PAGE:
Buying a fixer-upper, if you buy the right one, can really be a great investment. If the right things are wrong with a house, it can become both your dream home, as well as earn a great deal of equity.
You don't need to be a DIY guru wither. Patience and time are all that's needed.
Here's how you can tell if that home you're looking at fixing up is worth it.
Evaluate the Price
A fixer-upper should be priced as such. Try not to fall in love too quickly with a home that “just needs a little TLC.” make sure you do your research and make sure the price is right for the work needed.
Also look at other homes in the neighborhood to see how much they sold for and how much work they've had and how fancy they are. you don't want to over-improve for the neighborhood, as this could affect the selling price in the future if you decide to sell.
Start Evaluating What Improvements Are Needed
An ideal fixer-upper is a home that offers a lot of opportunities for “instant equity." This means that if your turned around and sold the home right away, you would get your money back.
Some improvement tasks can be as simple as painting or landscaping, which you can accomplish with sweat equity.
Other tasks may require the work of professionals and cash to pay them. It’s those projects you want to carefully evaluate against the home’s price.
Which Hire-a-Pro Projects Add Instant Equity?
Some home improvement projects that require a pro stay at the top of the list of things that will be worth the cost instantly.
Based on data gleaned from the “Remodeling Impact Report” (RIR) from the National Association of REALTORS®’, if these three projects are on your fixer-upper’s list of must-haves, then you may have found your dream equity-builder:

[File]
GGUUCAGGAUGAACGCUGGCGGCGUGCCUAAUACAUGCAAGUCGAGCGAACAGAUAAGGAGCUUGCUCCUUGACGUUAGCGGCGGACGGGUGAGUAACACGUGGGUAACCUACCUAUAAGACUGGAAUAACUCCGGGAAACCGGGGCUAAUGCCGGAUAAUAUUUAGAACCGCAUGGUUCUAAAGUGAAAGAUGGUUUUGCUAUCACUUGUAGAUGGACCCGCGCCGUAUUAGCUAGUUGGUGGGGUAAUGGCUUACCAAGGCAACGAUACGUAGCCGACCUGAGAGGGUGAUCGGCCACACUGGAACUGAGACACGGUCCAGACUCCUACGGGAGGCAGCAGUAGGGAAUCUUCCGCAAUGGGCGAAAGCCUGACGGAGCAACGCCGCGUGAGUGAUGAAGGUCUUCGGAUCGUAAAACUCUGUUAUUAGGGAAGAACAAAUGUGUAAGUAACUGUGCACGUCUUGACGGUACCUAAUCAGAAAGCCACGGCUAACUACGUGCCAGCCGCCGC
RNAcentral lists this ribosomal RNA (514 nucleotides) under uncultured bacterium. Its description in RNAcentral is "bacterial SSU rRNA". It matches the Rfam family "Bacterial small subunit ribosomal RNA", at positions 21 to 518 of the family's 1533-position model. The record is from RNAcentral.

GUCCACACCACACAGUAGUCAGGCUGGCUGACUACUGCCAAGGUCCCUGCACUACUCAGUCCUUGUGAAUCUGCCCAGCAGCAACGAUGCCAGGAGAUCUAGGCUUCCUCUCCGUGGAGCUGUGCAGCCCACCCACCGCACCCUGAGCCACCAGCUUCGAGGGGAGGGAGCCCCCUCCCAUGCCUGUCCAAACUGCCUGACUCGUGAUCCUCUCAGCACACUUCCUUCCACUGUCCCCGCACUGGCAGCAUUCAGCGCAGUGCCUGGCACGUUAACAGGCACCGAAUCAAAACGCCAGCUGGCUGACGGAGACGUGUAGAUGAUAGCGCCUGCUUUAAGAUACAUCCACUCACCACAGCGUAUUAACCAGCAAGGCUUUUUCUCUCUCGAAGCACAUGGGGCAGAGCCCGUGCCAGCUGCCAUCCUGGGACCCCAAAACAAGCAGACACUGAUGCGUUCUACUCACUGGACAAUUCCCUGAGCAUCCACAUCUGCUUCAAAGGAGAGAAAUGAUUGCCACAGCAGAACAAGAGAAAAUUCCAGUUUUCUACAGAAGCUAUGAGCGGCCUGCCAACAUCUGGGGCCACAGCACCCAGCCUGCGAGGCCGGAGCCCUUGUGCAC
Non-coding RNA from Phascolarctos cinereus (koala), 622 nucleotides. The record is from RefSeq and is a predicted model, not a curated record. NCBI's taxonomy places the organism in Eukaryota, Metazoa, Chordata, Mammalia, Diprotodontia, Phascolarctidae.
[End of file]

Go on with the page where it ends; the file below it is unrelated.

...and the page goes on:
- New roof
- Hardwood floors
While those three are pretty safe bets. Almost any project can be worth it with a fixer-upper if the price is right. For example, a complete kitchen renovation can cost $65,000 and recover only about $40,000 when you sell. But if the fixer-upper is discounted enough, think how amazing it would be to cook in a kitchen you designed yourself.
Evaluate Your Ability to Deal with Disruption
Whether you’re a DIY Jedi or content to let the pros handle the remodel, if your patience is shorter than your potential home’s to-do list, a fixer-upper may not be a good choice.
Renovating a bathroom alone can take two to three weeks. Add hardwood flooring, a new kitchen, and siding, and you’re looking at a whole summer’s worth of rehab.
When considering a fixer-upper, evaluate the limits of your emotional energy as well. Inevitable project pitfalls and delays can be wearing. Only if you have the time, patience, and emotional endurance for a fixer-upper will it be a good fit for you. And only you can determine that.
But if you can budget your time and money, and employ the right fixer-upper strategies, you might find yourself with a double reward: A home that’s worth far more than you paid, and the joy of knowing you helped get it there.
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